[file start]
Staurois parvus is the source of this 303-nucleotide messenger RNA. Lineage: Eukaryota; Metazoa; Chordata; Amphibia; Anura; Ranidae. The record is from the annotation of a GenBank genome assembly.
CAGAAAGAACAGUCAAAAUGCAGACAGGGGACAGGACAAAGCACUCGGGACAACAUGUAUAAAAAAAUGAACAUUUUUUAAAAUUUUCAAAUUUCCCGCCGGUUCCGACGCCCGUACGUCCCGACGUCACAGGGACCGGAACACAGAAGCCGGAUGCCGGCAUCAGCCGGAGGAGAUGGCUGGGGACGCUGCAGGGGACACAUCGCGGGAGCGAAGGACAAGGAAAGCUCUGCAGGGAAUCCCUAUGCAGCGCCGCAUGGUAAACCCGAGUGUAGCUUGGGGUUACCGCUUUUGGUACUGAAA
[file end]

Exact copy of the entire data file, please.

Staurois parvus is the source of this 303-nucleotide messenger RNA. Lineage: Eukaryota; Metazoa; Chordata; Amphibia; Anura; Ranidae. The record is from the annotation of a GenBank genome assembly.
CAGAAAGAACAGUCAAAAUGCAGACAGGGGACAGGACAAAGCACUCGGGACAACAUGUAUAAAAAAAUGAACAUUUUUUAAAAUUUUCAAAUUUCCCGCCGGUUCCGACGCCCGUACGUCCCGACGUCACAGGGACCGGAACACAGAAGCCGGAUGCCGGCAUCAGCCGGAGGAGAUGGCUGGGGACGCUGCAGGGGACACAUCGCGGGAGCGAAGGACAAGGAAAGCUCUGCAGGGAAUCCCUAUGCAGCGCCGCAUGGUAAACCCGAGUGUAGCUUGGGGUUACCGCUUUUGGUACUGAAA